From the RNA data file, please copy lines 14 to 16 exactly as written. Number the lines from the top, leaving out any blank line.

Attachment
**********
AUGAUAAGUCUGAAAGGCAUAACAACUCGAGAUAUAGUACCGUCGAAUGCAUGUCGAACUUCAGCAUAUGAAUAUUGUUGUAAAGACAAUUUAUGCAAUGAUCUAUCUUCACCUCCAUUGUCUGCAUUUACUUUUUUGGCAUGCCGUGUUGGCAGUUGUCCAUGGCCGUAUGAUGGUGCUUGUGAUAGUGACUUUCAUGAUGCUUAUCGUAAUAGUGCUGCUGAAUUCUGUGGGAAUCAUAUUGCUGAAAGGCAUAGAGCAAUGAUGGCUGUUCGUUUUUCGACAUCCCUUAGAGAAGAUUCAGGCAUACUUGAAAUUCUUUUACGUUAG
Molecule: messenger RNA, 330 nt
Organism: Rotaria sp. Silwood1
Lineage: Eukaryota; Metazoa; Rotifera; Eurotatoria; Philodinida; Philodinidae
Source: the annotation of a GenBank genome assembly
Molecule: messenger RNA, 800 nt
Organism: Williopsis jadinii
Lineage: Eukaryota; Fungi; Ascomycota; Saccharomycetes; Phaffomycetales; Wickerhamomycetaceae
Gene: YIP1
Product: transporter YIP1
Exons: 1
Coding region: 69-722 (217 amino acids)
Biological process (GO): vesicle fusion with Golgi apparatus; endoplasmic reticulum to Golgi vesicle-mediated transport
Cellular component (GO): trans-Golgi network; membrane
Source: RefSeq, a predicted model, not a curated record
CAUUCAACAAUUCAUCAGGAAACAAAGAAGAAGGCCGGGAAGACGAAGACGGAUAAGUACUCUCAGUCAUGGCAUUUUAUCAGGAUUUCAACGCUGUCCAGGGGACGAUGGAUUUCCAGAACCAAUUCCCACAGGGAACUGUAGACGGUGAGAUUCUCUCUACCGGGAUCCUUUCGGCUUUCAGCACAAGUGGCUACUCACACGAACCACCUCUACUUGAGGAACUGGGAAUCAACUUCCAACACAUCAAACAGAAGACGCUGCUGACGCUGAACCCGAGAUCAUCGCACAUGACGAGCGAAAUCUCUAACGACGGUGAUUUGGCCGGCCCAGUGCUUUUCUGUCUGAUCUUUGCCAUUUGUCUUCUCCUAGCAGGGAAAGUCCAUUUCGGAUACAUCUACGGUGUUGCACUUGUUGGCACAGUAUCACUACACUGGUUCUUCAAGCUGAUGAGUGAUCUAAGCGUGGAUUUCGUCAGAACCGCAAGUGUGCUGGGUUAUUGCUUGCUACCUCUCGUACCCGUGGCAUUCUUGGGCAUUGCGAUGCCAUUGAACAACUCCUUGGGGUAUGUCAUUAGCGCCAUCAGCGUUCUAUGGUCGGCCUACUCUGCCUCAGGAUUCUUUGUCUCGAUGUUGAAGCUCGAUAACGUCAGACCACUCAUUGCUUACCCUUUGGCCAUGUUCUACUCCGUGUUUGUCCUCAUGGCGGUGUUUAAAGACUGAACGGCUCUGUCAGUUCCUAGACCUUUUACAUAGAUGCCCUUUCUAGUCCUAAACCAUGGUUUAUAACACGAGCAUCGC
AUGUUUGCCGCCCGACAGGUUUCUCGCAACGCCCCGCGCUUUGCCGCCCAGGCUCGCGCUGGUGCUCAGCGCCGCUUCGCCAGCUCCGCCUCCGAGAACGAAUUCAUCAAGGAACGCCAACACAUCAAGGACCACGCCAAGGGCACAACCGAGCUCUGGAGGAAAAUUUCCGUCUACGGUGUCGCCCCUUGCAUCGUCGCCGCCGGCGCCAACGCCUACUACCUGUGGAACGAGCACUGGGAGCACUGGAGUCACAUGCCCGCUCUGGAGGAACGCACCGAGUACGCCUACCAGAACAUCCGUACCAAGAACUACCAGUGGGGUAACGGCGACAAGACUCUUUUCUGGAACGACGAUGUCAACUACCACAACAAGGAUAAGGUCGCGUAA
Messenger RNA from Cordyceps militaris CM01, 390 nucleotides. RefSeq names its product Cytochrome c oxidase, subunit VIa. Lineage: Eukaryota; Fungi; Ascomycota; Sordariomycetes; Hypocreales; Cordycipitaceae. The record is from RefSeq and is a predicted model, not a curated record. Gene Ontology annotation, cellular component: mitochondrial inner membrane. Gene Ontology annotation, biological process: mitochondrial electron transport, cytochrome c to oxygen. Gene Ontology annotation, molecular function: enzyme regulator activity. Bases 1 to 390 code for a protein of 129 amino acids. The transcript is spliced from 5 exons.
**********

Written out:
Cellular component (GO): trans-Golgi network; membrane
Source: RefSeq, a predicted model, not a curated record
CAUUCAACAAUUCAUCAGGAAACAAAGAAGAAGGCCGGGAAGACGAAGACGGAUAAGUACUCUCAGUCAUGGCAUUUUAUCAGGAUUUCAACGCUGUCCAGGGGACGAUGGAUUUCCAGAACCAAUUCCCACAGGGAACUGUAGACGGUGAGAUUCUCUCUACCGGGAUCCUUUCGGCUUUCAGCACAAGUGGCUACUCACACGAACCACCUCUACUUGAGGAACUGGGAAUCAACUUCCAACACAUCAAACAGAAGACGCUGCUGACGCUGAACCCGAGAUCAUCGCACAUGACGAGCGAAAUCUCUAACGACGGUGAUUUGGCCGGCCCAGUGCUUUUCUGUCUGAUCUUUGCCAUUUGUCUUCUCCUAGCAGGGAAAGUCCAUUUCGGAUACAUCUACGGUGUUGCACUUGUUGGCACAGUAUCACUACACUGGUUCUUCAAGCUGAUGAGUGAUCUAAGCGUGGAUUUCGUCAGAACCGCAAGUGUGCUGGGUUAUUGCUUGCUACCUCUCGUACCCGUGGCAUUCUUGGGCAUUGCGAUGCCAUUGAACAACUCCUUGGGGUAUGUCAUUAGCGCCAUCAGCGUUCUAUGGUCGGCCUACUCUGCCUCAGGAUUCUUUGUCUCGAUGUUGAAGCUCGAUAACGUCAGACCACUCAUUGCUUACCCUUUGGCCAUGUUCUACUCCGUGUUUGUCCUCAUGGCGGUGUUUAAAGACUGAACGGCUCUGUCAGUUCCUAGACCUUUUACAUAGAUGCCCUUUCUAGUCCUAAACCAUGGUUUAUAACACGAGCAUCGC